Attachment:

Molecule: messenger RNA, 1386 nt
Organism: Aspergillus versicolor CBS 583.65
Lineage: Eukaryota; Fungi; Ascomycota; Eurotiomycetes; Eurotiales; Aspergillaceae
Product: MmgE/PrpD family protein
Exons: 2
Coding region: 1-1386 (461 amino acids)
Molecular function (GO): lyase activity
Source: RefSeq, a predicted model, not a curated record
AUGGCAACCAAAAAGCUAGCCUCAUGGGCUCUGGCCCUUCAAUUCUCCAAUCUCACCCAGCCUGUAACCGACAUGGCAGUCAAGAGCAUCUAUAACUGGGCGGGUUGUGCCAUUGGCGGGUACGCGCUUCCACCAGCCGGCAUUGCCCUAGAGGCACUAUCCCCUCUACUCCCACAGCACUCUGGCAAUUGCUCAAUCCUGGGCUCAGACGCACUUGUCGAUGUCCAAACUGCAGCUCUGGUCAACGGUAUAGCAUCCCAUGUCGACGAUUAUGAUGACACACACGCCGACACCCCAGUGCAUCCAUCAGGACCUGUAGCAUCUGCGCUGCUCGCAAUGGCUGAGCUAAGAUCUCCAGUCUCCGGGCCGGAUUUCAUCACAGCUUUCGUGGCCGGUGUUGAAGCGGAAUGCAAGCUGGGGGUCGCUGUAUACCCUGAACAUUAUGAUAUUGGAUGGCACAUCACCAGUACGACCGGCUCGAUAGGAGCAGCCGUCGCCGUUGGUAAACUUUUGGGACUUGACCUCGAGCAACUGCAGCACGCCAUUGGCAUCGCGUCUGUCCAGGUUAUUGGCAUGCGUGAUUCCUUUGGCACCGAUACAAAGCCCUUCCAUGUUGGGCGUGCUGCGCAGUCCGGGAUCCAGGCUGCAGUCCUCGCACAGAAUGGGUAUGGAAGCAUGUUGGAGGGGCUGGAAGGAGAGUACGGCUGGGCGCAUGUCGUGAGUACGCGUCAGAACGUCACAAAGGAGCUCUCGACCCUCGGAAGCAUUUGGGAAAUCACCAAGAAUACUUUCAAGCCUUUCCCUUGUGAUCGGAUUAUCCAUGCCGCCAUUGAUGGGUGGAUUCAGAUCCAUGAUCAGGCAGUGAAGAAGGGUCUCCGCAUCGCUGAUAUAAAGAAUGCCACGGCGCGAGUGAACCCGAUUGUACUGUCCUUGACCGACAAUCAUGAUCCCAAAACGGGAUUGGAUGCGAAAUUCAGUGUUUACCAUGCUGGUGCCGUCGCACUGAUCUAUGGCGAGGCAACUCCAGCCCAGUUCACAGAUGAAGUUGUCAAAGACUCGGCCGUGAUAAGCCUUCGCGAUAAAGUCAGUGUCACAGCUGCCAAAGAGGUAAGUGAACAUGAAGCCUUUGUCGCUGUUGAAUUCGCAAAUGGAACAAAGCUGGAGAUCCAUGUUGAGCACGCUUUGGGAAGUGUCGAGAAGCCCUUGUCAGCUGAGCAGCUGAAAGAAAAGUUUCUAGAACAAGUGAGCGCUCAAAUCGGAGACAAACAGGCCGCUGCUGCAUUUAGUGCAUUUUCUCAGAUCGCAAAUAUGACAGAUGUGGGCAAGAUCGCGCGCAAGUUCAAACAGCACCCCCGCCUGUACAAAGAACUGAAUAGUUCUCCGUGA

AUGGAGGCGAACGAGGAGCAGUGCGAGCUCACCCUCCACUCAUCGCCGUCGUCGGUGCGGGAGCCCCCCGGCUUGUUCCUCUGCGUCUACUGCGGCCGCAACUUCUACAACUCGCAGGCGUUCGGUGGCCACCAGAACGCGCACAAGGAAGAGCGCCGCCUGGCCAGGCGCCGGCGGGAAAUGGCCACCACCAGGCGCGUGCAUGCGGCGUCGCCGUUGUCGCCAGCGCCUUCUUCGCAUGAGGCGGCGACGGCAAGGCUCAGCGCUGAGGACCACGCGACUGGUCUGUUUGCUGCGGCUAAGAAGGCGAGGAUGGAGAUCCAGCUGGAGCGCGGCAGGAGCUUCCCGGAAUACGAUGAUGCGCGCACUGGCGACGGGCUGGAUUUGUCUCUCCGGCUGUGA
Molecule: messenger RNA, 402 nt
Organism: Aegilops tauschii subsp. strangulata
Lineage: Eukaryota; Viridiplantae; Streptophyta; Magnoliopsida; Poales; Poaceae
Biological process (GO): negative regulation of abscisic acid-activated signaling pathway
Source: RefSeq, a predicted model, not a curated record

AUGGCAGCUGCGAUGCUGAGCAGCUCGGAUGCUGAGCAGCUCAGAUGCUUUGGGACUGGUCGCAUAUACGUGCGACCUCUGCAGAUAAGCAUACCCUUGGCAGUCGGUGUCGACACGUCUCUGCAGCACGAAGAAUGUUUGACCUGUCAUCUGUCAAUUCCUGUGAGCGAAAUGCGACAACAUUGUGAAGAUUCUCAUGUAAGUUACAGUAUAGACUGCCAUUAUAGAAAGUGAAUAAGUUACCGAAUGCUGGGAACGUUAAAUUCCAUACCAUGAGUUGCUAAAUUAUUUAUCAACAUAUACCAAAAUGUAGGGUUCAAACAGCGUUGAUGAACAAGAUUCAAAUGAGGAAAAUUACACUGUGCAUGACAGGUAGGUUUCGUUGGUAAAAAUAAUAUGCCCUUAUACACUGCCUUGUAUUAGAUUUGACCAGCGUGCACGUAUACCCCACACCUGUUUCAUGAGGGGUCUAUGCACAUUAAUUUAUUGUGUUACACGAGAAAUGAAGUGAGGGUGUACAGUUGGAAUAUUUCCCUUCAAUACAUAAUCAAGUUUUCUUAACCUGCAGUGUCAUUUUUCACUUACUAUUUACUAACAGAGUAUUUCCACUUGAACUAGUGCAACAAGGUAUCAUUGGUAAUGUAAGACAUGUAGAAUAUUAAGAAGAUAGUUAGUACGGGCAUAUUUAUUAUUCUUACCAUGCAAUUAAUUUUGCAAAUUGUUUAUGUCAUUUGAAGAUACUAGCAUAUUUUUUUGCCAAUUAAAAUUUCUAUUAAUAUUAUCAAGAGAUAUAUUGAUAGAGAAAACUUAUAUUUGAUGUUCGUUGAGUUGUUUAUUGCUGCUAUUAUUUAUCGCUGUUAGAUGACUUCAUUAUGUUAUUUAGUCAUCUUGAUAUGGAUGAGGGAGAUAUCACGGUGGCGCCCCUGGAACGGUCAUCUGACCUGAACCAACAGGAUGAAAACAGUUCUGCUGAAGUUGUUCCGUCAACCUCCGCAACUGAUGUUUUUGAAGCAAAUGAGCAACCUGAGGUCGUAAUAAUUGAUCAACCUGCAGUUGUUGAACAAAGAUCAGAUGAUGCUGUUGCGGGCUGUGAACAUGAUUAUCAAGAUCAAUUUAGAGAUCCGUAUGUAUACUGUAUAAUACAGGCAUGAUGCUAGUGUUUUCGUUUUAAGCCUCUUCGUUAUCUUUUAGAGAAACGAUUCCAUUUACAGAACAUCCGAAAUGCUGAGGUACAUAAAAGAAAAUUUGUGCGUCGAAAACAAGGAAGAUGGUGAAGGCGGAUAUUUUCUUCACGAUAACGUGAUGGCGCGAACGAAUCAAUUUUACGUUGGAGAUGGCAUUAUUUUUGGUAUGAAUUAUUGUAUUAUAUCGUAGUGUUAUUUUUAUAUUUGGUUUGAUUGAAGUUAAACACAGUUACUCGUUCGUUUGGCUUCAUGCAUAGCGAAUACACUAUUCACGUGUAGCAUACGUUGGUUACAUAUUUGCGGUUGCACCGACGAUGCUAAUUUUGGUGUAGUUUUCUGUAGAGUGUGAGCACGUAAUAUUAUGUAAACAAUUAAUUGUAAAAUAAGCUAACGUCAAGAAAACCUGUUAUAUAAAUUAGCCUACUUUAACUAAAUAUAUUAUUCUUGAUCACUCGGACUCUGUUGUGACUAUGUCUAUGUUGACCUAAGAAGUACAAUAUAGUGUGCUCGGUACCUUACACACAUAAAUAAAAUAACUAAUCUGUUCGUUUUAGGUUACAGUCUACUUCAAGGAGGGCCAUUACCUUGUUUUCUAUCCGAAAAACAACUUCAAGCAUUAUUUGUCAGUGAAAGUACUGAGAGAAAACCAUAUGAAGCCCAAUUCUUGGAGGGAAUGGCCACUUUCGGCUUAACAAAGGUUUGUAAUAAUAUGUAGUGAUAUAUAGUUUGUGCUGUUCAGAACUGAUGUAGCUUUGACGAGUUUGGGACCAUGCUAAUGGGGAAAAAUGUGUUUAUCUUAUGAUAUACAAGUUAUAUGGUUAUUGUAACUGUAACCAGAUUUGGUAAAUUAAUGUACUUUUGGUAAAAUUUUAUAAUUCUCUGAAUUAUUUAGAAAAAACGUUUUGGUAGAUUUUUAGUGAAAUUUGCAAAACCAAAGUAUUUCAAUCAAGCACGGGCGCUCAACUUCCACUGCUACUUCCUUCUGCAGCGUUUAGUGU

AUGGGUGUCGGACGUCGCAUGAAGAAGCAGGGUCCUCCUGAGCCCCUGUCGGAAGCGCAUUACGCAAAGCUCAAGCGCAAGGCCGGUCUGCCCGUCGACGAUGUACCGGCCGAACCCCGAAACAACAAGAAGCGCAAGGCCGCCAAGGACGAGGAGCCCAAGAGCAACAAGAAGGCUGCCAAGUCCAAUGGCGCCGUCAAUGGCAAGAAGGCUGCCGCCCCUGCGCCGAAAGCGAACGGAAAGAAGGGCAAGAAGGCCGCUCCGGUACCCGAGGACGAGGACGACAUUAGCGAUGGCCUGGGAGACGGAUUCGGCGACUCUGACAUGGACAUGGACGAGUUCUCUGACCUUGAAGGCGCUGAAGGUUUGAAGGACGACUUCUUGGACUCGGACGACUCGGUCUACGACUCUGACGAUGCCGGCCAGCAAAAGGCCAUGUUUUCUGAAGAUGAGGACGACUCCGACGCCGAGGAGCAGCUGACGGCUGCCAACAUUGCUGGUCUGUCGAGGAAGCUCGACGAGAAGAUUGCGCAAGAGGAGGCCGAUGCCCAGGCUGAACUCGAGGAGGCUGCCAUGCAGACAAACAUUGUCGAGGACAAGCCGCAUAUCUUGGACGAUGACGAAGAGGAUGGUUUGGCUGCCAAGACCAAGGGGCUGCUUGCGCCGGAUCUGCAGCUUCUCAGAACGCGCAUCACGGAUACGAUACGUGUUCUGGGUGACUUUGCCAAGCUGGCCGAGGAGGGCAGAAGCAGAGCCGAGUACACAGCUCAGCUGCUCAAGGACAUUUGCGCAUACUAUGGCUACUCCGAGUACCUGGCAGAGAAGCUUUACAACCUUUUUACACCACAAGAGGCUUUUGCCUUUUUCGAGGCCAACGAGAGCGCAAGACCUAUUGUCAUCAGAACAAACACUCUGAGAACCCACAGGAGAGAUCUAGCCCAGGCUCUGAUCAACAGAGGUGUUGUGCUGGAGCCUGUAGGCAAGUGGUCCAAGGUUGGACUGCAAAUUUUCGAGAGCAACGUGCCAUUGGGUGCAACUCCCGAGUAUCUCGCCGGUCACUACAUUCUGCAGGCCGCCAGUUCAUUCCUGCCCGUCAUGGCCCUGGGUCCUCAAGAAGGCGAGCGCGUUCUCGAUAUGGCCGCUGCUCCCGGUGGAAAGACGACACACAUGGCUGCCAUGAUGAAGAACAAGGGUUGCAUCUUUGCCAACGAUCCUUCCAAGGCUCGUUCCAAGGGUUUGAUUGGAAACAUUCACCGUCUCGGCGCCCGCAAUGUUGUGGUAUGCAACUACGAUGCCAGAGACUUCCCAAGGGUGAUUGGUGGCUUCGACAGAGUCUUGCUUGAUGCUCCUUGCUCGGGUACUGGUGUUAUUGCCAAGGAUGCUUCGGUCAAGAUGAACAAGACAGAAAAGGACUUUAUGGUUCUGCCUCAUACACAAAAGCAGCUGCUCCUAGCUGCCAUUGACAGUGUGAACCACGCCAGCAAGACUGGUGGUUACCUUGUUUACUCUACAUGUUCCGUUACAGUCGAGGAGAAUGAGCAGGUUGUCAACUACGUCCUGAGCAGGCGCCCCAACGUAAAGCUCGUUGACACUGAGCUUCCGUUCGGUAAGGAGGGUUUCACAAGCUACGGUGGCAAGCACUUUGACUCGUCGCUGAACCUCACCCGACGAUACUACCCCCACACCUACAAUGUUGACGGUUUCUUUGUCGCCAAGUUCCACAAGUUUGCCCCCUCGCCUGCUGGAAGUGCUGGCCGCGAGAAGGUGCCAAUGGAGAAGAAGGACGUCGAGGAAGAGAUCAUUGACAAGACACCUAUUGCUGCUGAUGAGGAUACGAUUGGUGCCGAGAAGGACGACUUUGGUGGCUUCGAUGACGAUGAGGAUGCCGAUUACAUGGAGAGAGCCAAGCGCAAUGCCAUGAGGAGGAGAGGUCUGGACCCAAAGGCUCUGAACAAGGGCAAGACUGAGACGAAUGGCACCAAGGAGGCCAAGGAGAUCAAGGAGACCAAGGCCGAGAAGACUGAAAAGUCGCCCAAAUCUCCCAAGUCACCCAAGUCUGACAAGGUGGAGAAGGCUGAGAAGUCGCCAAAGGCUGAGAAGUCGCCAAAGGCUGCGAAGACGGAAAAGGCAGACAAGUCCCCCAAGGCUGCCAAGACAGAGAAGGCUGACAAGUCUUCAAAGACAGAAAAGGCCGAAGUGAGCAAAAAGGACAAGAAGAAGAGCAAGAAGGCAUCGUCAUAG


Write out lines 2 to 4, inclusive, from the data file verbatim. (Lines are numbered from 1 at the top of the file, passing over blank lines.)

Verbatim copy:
Organism: Aspergillus versicolor CBS 583.65
Lineage: Eukaryota; Fungi; Ascomycota; Eurotiomycetes; Eurotiales; Aspergillaceae
Product: MmgE/PrpD family protein